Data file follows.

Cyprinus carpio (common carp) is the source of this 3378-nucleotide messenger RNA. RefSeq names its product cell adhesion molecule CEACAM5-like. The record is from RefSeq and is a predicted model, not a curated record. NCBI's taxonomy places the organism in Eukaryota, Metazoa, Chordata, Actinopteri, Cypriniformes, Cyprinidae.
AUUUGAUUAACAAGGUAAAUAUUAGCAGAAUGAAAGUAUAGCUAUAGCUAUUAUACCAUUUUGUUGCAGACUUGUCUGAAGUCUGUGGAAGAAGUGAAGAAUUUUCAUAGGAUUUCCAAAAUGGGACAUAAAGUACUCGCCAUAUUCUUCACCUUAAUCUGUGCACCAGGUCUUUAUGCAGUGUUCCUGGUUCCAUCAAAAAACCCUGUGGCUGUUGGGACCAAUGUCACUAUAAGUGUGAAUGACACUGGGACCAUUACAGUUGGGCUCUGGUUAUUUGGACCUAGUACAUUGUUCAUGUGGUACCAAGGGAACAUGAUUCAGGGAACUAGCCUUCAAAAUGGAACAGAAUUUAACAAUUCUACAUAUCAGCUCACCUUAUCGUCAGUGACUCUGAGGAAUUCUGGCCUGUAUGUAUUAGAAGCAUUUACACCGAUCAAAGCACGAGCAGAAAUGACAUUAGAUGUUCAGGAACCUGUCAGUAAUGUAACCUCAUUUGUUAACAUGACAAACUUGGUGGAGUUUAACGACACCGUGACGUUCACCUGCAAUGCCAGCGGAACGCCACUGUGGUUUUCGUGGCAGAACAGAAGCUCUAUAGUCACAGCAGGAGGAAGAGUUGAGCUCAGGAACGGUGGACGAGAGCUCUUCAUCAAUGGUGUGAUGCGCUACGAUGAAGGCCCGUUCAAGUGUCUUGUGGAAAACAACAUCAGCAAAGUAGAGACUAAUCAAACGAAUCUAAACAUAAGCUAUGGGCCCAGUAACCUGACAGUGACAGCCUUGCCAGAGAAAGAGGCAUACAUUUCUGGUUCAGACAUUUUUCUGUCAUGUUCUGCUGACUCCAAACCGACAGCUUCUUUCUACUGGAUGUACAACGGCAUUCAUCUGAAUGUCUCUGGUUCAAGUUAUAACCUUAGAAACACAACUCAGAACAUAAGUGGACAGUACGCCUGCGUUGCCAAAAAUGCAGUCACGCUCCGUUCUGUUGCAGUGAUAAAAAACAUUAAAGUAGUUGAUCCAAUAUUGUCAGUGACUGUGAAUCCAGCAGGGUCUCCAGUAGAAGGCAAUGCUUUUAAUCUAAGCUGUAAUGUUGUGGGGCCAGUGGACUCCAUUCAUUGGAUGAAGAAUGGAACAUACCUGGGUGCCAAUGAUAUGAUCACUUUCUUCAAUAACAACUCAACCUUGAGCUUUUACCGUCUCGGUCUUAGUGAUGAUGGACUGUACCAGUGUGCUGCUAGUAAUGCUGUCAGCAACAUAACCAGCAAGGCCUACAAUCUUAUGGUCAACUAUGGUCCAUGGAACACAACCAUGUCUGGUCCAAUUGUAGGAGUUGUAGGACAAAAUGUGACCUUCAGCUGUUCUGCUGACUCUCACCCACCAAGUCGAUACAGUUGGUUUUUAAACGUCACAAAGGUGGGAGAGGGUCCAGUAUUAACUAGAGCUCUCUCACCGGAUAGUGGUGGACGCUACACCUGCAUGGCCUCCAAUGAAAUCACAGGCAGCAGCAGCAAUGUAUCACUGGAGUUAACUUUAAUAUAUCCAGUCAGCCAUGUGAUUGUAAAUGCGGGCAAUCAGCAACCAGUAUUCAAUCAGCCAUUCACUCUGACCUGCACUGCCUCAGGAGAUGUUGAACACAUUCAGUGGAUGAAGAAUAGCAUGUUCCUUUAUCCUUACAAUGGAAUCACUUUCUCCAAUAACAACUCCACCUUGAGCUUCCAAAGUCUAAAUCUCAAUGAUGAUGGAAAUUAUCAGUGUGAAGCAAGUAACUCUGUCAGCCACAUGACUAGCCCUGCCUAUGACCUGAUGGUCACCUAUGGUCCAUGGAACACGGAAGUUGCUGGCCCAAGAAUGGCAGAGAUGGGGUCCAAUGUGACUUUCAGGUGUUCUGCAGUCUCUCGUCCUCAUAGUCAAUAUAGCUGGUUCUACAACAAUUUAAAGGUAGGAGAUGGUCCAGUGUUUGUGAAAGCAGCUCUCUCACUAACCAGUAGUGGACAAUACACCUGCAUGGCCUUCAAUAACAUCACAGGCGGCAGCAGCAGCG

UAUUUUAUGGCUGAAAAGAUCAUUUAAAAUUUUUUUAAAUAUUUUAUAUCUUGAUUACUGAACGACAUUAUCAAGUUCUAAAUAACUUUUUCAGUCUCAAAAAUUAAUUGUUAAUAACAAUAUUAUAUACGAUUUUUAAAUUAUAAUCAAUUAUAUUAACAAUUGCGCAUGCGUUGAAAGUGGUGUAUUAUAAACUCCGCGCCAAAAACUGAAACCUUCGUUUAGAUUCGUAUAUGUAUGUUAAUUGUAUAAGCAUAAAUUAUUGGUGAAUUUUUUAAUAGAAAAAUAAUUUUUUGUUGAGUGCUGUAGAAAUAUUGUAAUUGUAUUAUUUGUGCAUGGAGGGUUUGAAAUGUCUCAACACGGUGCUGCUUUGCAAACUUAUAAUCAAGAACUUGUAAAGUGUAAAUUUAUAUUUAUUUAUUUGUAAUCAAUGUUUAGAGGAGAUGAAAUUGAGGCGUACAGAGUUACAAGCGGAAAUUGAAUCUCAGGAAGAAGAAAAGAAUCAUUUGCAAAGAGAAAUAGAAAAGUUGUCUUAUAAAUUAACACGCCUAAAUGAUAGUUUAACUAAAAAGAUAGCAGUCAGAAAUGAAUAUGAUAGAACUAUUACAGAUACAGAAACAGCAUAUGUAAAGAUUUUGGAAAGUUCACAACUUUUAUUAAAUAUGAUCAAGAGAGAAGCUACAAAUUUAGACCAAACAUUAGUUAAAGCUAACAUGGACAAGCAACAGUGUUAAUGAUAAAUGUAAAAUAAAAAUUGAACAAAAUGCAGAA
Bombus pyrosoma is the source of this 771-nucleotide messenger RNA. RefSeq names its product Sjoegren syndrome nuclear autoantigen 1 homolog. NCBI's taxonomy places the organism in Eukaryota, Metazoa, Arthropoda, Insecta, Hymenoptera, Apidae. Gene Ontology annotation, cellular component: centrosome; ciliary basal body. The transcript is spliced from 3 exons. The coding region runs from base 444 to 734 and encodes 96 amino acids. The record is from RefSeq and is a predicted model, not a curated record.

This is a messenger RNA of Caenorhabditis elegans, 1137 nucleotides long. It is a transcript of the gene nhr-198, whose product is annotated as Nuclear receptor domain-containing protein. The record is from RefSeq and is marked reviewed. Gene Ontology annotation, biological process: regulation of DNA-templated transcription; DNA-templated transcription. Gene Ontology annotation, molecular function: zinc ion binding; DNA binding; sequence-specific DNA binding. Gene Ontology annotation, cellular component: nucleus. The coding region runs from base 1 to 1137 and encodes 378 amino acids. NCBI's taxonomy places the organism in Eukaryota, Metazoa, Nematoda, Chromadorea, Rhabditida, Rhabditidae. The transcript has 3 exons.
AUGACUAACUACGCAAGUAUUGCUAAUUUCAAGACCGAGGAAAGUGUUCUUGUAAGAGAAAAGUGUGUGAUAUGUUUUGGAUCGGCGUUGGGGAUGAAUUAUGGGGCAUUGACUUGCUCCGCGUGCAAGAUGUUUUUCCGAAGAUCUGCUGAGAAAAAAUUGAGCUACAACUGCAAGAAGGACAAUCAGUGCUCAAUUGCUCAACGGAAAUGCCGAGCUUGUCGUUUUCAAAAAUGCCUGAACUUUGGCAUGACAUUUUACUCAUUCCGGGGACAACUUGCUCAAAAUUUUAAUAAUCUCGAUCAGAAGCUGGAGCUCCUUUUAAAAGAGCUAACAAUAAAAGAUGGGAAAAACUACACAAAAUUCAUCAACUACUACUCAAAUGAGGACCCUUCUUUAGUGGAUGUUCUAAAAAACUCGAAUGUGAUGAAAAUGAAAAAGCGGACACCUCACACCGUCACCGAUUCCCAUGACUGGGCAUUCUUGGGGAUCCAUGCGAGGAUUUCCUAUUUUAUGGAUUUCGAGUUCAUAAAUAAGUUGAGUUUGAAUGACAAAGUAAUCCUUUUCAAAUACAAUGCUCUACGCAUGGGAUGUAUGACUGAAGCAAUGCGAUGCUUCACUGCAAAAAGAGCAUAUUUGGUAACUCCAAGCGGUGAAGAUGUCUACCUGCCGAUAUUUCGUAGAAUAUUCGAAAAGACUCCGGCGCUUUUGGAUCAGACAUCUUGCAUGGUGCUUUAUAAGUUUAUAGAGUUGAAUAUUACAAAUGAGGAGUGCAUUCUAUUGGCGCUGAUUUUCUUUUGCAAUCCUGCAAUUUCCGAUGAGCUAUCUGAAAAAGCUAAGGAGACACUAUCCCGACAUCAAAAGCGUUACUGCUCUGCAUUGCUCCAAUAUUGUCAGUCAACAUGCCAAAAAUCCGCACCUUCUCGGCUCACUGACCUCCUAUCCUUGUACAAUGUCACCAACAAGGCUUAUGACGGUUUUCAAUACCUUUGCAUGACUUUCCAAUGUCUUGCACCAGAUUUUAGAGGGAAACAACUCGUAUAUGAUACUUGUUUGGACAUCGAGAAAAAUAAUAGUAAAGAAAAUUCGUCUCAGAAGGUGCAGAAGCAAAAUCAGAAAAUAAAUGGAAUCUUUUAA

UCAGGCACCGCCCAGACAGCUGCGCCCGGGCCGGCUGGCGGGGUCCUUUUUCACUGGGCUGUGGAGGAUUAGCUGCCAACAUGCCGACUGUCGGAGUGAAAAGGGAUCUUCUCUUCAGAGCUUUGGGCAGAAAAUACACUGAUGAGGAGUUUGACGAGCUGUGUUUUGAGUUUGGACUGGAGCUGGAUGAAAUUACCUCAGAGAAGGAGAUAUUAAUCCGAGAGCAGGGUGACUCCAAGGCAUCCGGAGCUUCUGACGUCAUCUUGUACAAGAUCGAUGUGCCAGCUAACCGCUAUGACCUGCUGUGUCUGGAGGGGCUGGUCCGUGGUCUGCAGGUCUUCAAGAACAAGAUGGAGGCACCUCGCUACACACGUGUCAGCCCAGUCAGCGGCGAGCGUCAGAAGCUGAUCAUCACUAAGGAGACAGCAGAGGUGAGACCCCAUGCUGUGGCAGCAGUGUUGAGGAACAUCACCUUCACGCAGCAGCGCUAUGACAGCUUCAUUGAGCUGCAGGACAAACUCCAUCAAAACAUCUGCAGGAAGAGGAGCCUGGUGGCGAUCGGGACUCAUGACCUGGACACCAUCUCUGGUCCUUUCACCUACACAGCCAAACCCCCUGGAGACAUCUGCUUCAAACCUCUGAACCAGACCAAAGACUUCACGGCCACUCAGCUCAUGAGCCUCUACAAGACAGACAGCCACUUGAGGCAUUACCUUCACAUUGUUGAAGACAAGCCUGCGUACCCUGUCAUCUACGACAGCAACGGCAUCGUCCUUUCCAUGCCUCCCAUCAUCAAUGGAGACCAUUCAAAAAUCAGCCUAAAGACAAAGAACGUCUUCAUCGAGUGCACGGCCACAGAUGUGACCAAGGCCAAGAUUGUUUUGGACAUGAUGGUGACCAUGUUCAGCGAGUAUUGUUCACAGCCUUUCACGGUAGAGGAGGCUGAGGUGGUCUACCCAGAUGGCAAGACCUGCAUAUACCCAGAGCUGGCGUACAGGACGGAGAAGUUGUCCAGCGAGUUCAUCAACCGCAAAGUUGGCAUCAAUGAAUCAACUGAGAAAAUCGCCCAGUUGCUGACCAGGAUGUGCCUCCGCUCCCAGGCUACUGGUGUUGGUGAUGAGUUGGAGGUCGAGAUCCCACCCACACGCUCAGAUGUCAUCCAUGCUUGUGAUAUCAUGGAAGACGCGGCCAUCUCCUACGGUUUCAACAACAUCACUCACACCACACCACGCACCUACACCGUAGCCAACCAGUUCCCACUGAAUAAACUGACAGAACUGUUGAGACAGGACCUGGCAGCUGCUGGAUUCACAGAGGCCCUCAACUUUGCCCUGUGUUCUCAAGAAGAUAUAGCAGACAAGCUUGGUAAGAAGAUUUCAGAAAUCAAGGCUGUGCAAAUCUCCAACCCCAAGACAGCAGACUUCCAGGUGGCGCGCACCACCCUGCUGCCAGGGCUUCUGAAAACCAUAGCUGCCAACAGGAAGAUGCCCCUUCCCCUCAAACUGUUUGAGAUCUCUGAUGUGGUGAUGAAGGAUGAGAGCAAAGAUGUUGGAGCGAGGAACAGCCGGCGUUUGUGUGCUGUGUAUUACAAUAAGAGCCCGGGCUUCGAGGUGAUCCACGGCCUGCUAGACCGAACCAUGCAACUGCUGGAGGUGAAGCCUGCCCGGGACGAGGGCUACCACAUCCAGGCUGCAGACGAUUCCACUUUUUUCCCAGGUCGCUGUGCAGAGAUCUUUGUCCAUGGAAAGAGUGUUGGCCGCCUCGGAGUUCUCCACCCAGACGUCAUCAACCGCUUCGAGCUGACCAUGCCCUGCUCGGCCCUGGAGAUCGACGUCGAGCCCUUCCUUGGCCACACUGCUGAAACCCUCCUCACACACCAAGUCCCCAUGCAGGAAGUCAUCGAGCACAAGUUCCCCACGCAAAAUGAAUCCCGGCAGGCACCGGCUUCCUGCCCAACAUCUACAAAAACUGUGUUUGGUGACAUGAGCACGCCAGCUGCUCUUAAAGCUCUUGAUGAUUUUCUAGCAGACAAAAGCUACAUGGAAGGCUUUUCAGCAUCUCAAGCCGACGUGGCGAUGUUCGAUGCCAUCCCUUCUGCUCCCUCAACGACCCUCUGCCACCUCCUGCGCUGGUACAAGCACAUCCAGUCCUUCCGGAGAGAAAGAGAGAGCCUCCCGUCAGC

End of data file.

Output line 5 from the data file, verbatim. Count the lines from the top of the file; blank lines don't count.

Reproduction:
This is a messenger RNA of Caenorhabditis elegans, 1137 nucleotides long. It is a transcript of the gene nhr-198, whose product is annotated as Nuclear receptor domain-containing protein. The record is from RefSeq and is marked reviewed. Gene Ontology annotation, biological process: regulation of DNA-templated transcription; DNA-templated transcription. Gene Ontology annotation, molecular function: zinc ion binding; DNA binding; sequence-specific DNA binding. Gene Ontology annotation, cellular component: nucleus. The coding region runs from base 1 to 1137 and encodes 378 amino acids. NCBI's taxonomy places the organism in Eukaryota, Metazoa, Nematoda, Chromadorea, Rhabditida, Rhabditidae. The transcript has 3 exons.